Even when you love being a DBA, working the job can turn into a grind. There’s many times when you’re up all night troubleshooting just to face another day at the office handling user complaints. You hear at the water cooler that you’ll need to improve performance with less hardware for the next year. You get an email that you need to be ready to virtualize everything in the next quarter, but nobody’s even sure which hypervisor you’ll use.
Your perfmon counters show that response times from storage are getting slower, but the SAN administrator says that everything looks better than ever. One of your servers starts blue-screening periodically. Your manager announces at the weekly team meeting that you need to stop being so reactive and start being more pro-active. Right after that, you get an alert for data corruption.
Oh, and by the way: we’re going to need you to come in on Saturday.
Before you know it, you’re on the road to burnout. Your tour looks like this:
Phase 1: Denial
It’s hard to admit when you lose that loving feeling with your job. You just keep plugging away at it.
When your problems have to do either with boredom or a very high volume of reactive work, this just makes the situation worse. You’re spending a lot of time, but you’re mostly spinning your wheels. You’re not learning or growing, you’re just doing what you need to basically keep things together.
Phase 2: Anger
After a while, you get cranky. It’s pretty inevitable when you’re overworked in a DBA job, because you’re surrounded by unhappy people. Users need data faster. Developers and vendors say the problem isn’t their code, it’s your servers and maintenance. Your manager isn’t sure why you can’t keep problems from happening in the first place. The SAN Admin gets a little tired of you stopping by with another stinky performance issue again and again.
Also, at this point people in your personal life start to get impacted as well. You’re starting to get less sleep and grumble more. You vent about politics at work and things you can’t change.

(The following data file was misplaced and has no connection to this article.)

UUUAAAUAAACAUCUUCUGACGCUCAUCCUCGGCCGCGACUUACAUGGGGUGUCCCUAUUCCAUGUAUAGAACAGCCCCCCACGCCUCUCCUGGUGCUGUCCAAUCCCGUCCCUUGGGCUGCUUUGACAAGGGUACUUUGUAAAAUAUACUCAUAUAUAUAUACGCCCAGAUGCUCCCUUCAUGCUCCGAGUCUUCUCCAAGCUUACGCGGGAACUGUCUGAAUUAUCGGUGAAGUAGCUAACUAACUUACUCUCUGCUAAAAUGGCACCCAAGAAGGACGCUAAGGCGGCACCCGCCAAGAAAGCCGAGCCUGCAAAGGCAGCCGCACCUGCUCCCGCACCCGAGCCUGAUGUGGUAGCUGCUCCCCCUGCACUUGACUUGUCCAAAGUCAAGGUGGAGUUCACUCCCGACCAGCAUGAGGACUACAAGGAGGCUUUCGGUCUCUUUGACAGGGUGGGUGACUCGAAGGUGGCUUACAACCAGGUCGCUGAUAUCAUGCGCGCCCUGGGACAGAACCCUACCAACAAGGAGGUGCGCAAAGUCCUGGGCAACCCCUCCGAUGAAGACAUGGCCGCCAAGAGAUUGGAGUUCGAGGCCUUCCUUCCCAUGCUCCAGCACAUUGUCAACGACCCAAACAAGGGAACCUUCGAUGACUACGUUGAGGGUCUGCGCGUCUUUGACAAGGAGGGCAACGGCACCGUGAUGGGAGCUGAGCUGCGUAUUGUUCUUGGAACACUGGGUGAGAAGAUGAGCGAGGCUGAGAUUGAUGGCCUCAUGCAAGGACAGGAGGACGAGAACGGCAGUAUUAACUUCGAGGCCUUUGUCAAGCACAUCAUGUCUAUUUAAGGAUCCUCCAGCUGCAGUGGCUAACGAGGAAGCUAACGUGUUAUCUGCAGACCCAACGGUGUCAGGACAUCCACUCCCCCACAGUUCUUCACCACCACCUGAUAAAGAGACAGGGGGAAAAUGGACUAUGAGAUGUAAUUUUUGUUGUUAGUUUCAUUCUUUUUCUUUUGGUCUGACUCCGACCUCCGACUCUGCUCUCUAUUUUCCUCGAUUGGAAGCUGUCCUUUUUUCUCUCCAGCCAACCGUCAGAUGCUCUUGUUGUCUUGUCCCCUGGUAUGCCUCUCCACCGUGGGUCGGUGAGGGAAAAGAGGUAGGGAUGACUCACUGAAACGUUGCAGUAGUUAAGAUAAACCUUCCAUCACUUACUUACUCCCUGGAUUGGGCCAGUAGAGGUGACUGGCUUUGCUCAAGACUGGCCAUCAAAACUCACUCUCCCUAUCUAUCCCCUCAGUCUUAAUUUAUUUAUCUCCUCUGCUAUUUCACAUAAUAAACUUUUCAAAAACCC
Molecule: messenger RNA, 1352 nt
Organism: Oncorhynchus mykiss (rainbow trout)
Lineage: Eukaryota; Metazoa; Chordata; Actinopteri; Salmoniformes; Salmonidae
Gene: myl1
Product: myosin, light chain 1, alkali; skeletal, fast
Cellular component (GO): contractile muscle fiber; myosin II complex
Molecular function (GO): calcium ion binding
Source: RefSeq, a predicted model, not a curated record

You get to the point where you say things that seem perfectly reasonable in your head, but come out sounding like you’re a real jerk. Sadly, you probably don’t notice it.
Phase 3: Bargaining
Eventually you get tired of being angry. You start to think that maybe the problem isn’t your job— the problem is that you’re stuck in your job! So you decide to go about some self improvement.
At this point you decide to become amazing. You’re going to learn every feature in SQL Server. You’re going to know all the internals and when there’s a bump in the night, you’ll be the one who whips out a debugger, walks the SQL Server stack, and sends a diagnosis to the SQL Server product team. You make a deal with yourself: I’m going to read these twenty books, and then I’m going to fix my job.
Sometimes you try to make the deal with your boss. “If you send me to this training then I’ll revolutionize our team.” Sometimes you get the training, sometimes you don’t.
The bigger problem is that it’s hard to revolutionize your job when you’ve been unhappy with your job for a good long time. You try to make big sweeping changes, but it’s really hard to revolutionize processes and tasks when you’ve already got a full load of work.
Phase 4: Depression
This really is depressing, isn’t it? Honestly, I’m just depressed writing this post after analyzing what I’ve seen in my career.